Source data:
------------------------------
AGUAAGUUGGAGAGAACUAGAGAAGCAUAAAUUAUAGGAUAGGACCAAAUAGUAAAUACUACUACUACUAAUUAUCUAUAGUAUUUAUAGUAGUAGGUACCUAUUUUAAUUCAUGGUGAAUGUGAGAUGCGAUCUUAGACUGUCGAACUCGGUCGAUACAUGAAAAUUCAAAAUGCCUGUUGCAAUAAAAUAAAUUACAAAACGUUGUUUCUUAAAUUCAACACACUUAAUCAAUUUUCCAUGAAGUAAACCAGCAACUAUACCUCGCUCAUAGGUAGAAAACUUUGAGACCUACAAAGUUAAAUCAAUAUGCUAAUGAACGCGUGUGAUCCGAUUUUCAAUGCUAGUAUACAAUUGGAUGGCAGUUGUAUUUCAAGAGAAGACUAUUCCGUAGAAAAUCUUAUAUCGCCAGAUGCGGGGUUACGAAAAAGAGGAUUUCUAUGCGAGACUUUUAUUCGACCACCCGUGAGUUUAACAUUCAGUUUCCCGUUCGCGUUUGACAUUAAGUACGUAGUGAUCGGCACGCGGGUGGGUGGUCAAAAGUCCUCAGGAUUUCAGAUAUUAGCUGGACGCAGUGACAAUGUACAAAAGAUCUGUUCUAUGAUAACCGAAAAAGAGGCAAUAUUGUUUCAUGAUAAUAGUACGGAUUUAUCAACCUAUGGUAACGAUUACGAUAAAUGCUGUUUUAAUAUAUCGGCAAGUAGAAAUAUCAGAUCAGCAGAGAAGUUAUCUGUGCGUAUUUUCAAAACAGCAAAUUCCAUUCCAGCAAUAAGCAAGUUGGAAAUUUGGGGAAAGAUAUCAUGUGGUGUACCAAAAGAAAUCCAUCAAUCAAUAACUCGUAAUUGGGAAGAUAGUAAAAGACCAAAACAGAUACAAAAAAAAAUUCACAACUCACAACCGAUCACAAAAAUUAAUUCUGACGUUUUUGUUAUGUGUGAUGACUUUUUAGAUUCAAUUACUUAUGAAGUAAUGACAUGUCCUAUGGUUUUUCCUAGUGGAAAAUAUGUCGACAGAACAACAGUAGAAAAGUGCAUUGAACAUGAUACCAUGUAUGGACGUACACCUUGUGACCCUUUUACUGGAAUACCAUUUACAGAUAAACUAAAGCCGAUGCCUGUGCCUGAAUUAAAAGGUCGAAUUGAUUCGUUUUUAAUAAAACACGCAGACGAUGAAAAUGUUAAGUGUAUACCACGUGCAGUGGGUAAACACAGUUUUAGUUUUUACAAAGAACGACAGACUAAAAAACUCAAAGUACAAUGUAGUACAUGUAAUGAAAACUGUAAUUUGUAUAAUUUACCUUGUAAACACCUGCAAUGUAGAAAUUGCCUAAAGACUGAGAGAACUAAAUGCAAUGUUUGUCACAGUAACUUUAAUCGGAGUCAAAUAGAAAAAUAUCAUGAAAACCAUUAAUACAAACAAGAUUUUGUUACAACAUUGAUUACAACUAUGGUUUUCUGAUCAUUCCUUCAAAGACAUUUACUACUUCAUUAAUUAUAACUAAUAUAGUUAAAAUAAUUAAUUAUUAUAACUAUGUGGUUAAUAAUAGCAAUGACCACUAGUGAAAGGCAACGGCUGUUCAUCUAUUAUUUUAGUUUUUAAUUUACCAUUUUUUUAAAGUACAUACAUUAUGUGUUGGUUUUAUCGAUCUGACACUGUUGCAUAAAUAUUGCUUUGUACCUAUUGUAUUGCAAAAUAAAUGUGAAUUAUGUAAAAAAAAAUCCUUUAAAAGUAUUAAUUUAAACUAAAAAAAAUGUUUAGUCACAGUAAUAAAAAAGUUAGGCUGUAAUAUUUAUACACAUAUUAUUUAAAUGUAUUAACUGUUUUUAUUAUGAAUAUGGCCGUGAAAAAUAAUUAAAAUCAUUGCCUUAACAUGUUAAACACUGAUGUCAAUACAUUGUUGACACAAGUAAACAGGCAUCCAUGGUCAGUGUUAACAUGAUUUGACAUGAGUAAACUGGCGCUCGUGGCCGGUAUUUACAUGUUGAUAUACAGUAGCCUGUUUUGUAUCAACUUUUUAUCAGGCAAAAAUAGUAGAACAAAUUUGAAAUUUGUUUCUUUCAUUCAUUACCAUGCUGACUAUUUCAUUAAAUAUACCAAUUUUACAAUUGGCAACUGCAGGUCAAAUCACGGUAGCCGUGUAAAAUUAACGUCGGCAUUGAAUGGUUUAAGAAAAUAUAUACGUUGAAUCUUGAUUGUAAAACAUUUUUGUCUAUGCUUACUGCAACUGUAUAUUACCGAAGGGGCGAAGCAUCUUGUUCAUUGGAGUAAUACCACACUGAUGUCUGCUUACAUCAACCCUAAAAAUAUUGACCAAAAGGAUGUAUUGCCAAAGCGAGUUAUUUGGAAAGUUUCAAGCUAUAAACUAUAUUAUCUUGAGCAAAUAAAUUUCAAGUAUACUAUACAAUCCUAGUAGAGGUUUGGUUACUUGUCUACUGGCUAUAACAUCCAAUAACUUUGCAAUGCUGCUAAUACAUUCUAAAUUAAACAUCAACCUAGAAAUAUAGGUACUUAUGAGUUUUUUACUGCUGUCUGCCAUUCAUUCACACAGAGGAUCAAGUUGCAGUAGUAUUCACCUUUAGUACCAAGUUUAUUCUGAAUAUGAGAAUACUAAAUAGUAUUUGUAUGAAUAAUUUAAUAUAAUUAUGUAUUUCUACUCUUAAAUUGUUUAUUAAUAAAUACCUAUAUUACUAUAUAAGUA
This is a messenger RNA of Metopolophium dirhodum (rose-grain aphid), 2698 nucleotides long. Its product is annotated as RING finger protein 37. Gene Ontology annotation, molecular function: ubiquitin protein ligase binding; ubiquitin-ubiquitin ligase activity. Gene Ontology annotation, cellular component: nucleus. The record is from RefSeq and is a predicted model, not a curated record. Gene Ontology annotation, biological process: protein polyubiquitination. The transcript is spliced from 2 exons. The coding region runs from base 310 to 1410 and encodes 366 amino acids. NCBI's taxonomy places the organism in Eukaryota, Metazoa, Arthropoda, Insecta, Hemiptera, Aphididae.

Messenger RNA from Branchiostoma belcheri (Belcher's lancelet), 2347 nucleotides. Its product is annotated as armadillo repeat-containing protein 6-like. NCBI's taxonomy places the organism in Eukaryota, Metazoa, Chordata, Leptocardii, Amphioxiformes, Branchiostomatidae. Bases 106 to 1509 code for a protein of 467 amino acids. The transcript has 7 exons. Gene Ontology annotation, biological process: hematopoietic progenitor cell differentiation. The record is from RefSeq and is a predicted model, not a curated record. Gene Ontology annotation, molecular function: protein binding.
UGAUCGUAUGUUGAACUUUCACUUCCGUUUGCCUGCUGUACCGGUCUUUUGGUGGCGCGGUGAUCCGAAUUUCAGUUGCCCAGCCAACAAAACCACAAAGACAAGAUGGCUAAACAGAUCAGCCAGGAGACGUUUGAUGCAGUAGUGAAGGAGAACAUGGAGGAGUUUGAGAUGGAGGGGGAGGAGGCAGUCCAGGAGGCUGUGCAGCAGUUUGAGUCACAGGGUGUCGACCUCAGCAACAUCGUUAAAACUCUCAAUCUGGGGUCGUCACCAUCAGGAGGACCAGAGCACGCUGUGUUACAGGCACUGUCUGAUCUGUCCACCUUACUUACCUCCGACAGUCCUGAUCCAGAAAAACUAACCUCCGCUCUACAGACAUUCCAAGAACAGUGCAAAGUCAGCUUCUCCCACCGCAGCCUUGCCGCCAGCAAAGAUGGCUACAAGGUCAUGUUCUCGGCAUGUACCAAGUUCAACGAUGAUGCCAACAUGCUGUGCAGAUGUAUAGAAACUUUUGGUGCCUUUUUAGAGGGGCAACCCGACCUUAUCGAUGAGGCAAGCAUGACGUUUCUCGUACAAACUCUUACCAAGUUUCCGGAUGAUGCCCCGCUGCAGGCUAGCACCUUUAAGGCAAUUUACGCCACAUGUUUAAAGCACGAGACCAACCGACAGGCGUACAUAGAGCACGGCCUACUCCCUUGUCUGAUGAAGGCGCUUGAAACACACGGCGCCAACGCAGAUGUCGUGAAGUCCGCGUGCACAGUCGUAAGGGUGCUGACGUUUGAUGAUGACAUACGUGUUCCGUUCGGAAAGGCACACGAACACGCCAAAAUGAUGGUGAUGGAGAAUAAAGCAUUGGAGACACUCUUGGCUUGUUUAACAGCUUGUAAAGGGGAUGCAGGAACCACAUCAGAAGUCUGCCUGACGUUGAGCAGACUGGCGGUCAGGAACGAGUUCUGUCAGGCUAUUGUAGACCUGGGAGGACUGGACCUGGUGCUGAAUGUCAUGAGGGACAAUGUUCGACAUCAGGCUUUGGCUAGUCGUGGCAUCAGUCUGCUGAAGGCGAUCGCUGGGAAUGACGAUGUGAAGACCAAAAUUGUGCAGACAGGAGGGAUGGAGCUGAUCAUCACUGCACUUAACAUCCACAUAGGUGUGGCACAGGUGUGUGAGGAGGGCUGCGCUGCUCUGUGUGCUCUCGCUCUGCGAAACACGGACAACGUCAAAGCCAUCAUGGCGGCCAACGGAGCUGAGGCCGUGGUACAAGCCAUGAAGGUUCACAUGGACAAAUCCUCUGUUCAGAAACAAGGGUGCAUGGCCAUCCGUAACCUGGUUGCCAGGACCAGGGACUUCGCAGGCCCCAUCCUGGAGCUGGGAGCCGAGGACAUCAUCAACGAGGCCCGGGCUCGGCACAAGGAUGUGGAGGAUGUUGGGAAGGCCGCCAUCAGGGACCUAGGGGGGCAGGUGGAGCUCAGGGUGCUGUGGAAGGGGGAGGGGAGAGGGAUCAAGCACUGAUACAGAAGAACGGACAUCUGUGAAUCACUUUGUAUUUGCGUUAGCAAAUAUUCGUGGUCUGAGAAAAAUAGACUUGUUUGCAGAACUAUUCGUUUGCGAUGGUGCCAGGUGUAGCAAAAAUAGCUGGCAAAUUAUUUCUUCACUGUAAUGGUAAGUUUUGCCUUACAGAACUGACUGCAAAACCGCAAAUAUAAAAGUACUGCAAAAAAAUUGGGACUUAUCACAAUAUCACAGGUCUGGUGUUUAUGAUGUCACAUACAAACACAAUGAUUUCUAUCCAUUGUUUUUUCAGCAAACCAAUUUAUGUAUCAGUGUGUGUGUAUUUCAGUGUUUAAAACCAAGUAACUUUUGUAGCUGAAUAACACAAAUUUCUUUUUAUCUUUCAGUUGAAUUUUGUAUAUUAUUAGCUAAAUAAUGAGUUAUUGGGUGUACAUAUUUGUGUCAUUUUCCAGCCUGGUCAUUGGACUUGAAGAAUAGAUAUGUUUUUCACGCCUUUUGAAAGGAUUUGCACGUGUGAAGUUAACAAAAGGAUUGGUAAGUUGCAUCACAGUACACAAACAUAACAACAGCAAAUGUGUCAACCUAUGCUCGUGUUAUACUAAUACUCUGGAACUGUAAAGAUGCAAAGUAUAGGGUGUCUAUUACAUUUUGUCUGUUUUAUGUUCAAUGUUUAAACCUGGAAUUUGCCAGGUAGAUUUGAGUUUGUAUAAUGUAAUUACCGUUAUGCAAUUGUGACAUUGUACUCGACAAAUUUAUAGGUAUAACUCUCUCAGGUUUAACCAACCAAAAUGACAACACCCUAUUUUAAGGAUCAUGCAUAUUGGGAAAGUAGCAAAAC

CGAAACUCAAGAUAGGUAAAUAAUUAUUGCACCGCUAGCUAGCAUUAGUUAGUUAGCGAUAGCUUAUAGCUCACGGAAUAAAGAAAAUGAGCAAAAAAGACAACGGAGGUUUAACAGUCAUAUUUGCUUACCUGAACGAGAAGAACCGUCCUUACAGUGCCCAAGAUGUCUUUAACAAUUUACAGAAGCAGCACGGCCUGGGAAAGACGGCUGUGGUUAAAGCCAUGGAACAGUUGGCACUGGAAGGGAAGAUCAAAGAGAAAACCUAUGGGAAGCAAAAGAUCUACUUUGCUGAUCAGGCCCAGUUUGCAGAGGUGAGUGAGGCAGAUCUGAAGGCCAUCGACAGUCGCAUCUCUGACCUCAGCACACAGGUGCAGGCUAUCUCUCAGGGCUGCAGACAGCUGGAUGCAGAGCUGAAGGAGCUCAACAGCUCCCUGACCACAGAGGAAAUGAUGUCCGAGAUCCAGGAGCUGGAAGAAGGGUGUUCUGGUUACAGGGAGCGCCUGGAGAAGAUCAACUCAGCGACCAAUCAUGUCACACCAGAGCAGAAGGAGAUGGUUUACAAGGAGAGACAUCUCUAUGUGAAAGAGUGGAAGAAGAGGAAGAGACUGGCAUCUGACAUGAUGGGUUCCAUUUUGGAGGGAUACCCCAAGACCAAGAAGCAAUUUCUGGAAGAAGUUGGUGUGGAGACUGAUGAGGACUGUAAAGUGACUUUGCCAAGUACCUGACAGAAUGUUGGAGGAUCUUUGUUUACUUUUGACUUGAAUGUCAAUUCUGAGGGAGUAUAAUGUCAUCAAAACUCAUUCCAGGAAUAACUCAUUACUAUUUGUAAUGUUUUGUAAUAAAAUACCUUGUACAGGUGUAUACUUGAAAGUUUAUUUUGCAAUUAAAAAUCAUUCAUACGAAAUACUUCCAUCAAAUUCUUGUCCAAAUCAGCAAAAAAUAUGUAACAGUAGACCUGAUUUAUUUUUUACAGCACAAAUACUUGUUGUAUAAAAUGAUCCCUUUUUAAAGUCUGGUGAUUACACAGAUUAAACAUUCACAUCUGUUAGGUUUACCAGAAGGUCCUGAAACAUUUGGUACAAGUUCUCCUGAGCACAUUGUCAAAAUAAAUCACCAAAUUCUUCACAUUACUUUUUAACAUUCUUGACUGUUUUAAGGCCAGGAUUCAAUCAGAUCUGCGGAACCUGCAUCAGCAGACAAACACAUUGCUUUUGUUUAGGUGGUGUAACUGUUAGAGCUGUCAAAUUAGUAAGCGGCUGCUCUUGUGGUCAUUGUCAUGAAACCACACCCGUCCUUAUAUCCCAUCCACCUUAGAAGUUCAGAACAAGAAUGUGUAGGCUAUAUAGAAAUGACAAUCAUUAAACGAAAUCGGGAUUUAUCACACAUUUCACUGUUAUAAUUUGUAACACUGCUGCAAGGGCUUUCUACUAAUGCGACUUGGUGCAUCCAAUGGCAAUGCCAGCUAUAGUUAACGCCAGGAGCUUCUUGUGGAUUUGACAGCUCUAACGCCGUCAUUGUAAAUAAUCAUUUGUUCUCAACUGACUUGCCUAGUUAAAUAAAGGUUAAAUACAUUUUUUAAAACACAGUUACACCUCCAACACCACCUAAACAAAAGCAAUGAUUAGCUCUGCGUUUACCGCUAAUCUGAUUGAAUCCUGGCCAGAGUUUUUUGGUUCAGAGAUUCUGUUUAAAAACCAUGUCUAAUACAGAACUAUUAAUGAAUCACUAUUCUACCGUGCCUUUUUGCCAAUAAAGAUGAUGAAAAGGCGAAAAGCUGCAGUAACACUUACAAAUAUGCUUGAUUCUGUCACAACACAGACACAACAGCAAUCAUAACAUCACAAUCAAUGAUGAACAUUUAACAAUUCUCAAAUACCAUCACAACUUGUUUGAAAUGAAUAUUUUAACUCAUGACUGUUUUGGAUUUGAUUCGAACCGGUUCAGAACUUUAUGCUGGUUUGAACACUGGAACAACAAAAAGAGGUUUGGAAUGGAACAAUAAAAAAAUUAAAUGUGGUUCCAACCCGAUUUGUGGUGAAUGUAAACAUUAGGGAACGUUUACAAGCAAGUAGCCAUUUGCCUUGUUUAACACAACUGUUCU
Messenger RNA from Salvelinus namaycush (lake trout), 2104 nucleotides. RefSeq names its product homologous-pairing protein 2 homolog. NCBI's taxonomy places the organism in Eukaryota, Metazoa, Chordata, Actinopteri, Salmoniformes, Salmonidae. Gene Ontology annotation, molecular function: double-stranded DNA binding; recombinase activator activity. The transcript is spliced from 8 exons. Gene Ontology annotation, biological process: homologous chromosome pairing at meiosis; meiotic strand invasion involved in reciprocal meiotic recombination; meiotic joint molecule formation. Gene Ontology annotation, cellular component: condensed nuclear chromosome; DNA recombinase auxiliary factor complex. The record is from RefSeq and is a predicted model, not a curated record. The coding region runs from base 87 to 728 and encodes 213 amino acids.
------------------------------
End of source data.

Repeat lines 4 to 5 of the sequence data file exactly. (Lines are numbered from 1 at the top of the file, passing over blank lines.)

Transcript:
UGAUCGUAUGUUGAACUUUCACUUCCGUUUGCCUGCUGUACCGGUCUUUUGGUGGCGCGGUGAUCCGAAUUUCAGUUGCCCAGCCAACAAAACCACAAAGACAAGAUGGCUAAACAGAUCAGCCAGGAGACGUUUGAUGCAGUAGUGAAGGAGAACAUGGAGGAGUUUGAGAUGGAGGGGGAGGAGGCAGUCCAGGAGGCUGUGCAGCAGUUUGAGUCACAGGGUGUCGACCUCAGCAACAUCGUUAAAACUCUCAAUCUGGGGUCGUCACCAUCAGGAGGACCAGAGCACGCUGUGUUACAGGCACUGUCUGAUCUGUCCACCUUACUUACCUCCGACAGUCCUGAUCCAGAAAAACUAACCUCCGCUCUACAGACAUUCCAAGAACAGUGCAAAGUCAGCUUCUCCCACCGCAGCCUUGCCGCCAGCAAAGAUGGCUACAAGGUCAUGUUCUCGGCAUGUACCAAGUUCAACGAUGAUGCCAACAUGCUGUGCAGAUGUAUAGAAACUUUUGGUGCCUUUUUAGAGGGGCAACCCGACCUUAUCGAUGAGGCAAGCAUGACGUUUCUCGUACAAACUCUUACCAAGUUUCCGGAUGAUGCCCCGCUGCAGGCUAGCACCUUUAAGGCAAUUUACGCCACAUGUUUAAAGCACGAGACCAACCGACAGGCGUACAUAGAGCACGGCCUACUCCCUUGUCUGAUGAAGGCGCUUGAAACACACGGCGCCAACGCAGAUGUCGUGAAGUCCGCGUGCACAGUCGUAAGGGUGCUGACGUUUGAUGAUGACAUACGUGUUCCGUUCGGAAAGGCACACGAACACGCCAAAAUGAUGGUGAUGGAGAAUAAAGCAUUGGAGACACUCUUGGCUUGUUUAACAGCUUGUAAAGGGGAUGCAGGAACCACAUCAGAAGUCUGCCUGACGUUGAGCAGACUGGCGGUCAGGAACGAGUUCUGUCAGGCUAUUGUAGACCUGGGAGGACUGGACCUGGUGCUGAAUGUCAUGAGGGACAAUGUUCGACAUCAGGCUUUGGCUAGUCGUGGCAUCAGUCUGCUGAAGGCGAUCGCUGGGAAUGACGAUGUGAAGACCAAAAUUGUGCAGACAGGAGGGAUGGAGCUGAUCAUCACUGCACUUAACAUCCACAUAGGUGUGGCACAGGUGUGUGAGGAGGGCUGCGCUGCUCUGUGUGCUCUCGCUCUGCGAAACACGGACAACGUCAAAGCCAUCAUGGCGGCCAACGGAGCUGAGGCCGUGGUACAAGCCAUGAAGGUUCACAUGGACAAAUCCUCUGUUCAGAAACAAGGGUGCAUGGCCAUCCGUAACCUGGUUGCCAGGACCAGGGACUUCGCAGGCCCCAUCCUGGAGCUGGGAGCCGAGGACAUCAUCAACGAGGCCCGGGCUCGGCACAAGGAUGUGGAGGAUGUUGGGAAGGCCGCCAUCAGGGACCUAGGGGGGCAGGUGGAGCUCAGGGUGCUGUGGAAGGGGGAGGGGAGAGGGAUCAAGCACUGAUACAGAAGAACGGACAUCUGUGAAUCACUUUGUAUUUGCGUUAGCAAAUAUUCGUGGUCUGAGAAAAAUAGACUUGUUUGCAGAACUAUUCGUUUGCGAUGGUGCCAGGUGUAGCAAAAAUAGCUGGCAAAUUAUUUCUUCACUGUAAUGGUAAGUUUUGCCUUACAGAACUGACUGCAAAACCGCAAAUAUAAAAGUACUGCAAAAAAAUUGGGACUUAUCACAAUAUCACAGGUCUGGUGUUUAUGAUGUCACAUACAAACACAAUGAUUUCUAUCCAUUGUUUUUUCAGCAAACCAAUUUAUGUAUCAGUGUGUGUGUAUUUCAGUGUUUAAAACCAAGUAACUUUUGUAGCUGAAUAACACAAAUUUCUUUUUAUCUUUCAGUUGAAUUUUGUAUAUUAUUAGCUAAAUAAUGAGUUAUUGGGUGUACAUAUUUGUGUCAUUUUCCAGCCUGGUCAUUGGACUUGAAGAAUAGAUAUGUUUUUCACGCCUUUUGAAAGGAUUUGCACGUGUGAAGUUAACAAAAGGAUUGGUAAGUUGCAUCACAGUACACAAACAUAACAACAGCAAAUGUGUCAACCUAUGCUCGUGUUAUACUAAUACUCUGGAACUGUAAAGAUGCAAAGUAUAGGGUGUCUAUUACAUUUUGUCUGUUUUAUGUUCAAUGUUUAAACCUGGAAUUUGCCAGGUAGAUUUGAGUUUGUAUAAUGUAAUUACCGUUAUGCAAUUGUGACAUUGUACUCGACAAAUUUAUAGGUAUAACUCUCUCAGGUUUAACCAACCAAAAUGACAACACCCUAUUUUAAGGAUCAUGCAUAUUGGGAAAGUAGCAAAAC

CGAAACUCAAGAUAGGUAAAUAAUUAUUGCACCGCUAGCUAGCAUUAGUUAGUUAGCGAUAGCUUAUAGCUCACGGAAUAAAGAAAAUGAGCAAAAAAGACAACGGAGGUUUAACAGUCAUAUUUGCUUACCUGAACGAGAAGAACCGUCCUUACAGUGCCCAAGAUGUCUUUAACAAUUUACAGAAGCAGCACGGCCUGGGAAAGACGGCUGUGGUUAAAGCCAUGGAACAGUUGGCACUGGAAGGGAAGAUCAAAGAGAAAACCUAUGGGAAGCAAAAGAUCUACUUUGCUGAUCAGGCCCAGUUUGCAGAGGUGAGUGAGGCAGAUCUGAAGGCCAUCGACAGUCGCAUCUCUGACCUCAGCACACAGGUGCAGGCUAUCUCUCAGGGCUGCAGACAGCUGGAUGCAGAGCUGAAGGAGCUCAACAGCUCCCUGACCACAGAGGAAAUGAUGUCCGAGAUCCAGGAGCUGGAAGAAGGGUGUUCUGGUUACAGGGAGCGCCUGGAGAAGAUCAACUCAGCGACCAAUCAUGUCACACCAGAGCAGAAGGAGAUGGUUUACAAGGAGAGACAUCUCUAUGUGAAAGAGUGGAAGAAGAGGAAGAGACUGGCAUCUGACAUGAUGGGUUCCAUUUUGGAGGGAUACCCCAAGACCAAGAAGCAAUUUCUGGAAGAAGUUGGUGUGGAGACUGAUGAGGACUGUAAAGUGACUUUGCCAAGUACCUGACAGAAUGUUGGAGGAUCUUUGUUUACUUUUGACUUGAAUGUCAAUUCUGAGGGAGUAUAAUGUCAUCAAAACUCAUUCCAGGAAUAACUCAUUACUAUUUGUAAUGUUUUGUAAUAAAAUACCUUGUACAGGUGUAUACUUGAAAGUUUAUUUUGCAAUUAAAAAUCAUUCAUACGAAAUACUUCCAUCAAAUUCUUGUCCAAAUCAGCAAAAAAUAUGUAACAGUAGACCUGAUUUAUUUUUUACAGCACAAAUACUUGUUGUAUAAAAUGAUCCCUUUUUAAAGUCUGGUGAUUACACAGAUUAAACAUUCACAUCUGUUAGGUUUACCAGAAGGUCCUGAAACAUUUGGUACAAGUUCUCCUGAGCACAUUGUCAAAAUAAAUCACCAAAUUCUUCACAUUACUUUUUAACAUUCUUGACUGUUUUAAGGCCAGGAUUCAAUCAGAUCUGCGGAACCUGCAUCAGCAGACAAACACAUUGCUUUUGUUUAGGUGGUGUAACUGUUAGAGCUGUCAAAUUAGUAAGCGGCUGCUCUUGUGGUCAUUGUCAUGAAACCACACCCGUCCUUAUAUCCCAUCCACCUUAGAAGUUCAGAACAAGAAUGUGUAGGCUAUAUAGAAAUGACAAUCAUUAAACGAAAUCGGGAUUUAUCACACAUUUCACUGUUAUAAUUUGUAACACUGCUGCAAGGGCUUUCUACUAAUGCGACUUGGUGCAUCCAAUGGCAAUGCCAGCUAUAGUUAACGCCAGGAGCUUCUUGUGGAUUUGACAGCUCUAACGCCGUCAUUGUAAAUAAUCAUUUGUUCUCAACUGACUUGCCUAGUUAAAUAAAGGUUAAAUACAUUUUUUAAAACACAGUUACACCUCCAACACCACCUAAACAAAAGCAAUGAUUAGCUCUGCGUUUACCGCUAAUCUGAUUGAAUCCUGGCCAGAGUUUUUUGGUUCAGAGAUUCUGUUUAAAAACCAUGUCUAAUACAGAACUAUUAAUGAAUCACUAUUCUACCGUGCCUUUUUGCCAAUAAAGAUGAUGAAAAGGCGAAAAGCUGCAGUAACACUUACAAAUAUGCUUGAUUCUGUCACAACACAGACACAACAGCAAUCAUAACAUCACAAUCAAUGAUGAACAUUUAACAAUUCUCAAAUACCAUCACAACUUGUUUGAAAUGAAUAUUUUAACUCAUGACUGUUUUGGAUUUGAUUCGAACCGGUUCAGAACUUUAUGCUGGUUUGAACACUGGAACAACAAAAAGAGGUUUGGAAUGGAACAAUAAAAAAAUUAAAUGUGGUUCCAACCCGAUUUGUGGUGAAUGUAAACAUUAGGGAACGUUUACAAGCAAGUAGCCAUUUGCCUUGUUUAACACAACUGUUCU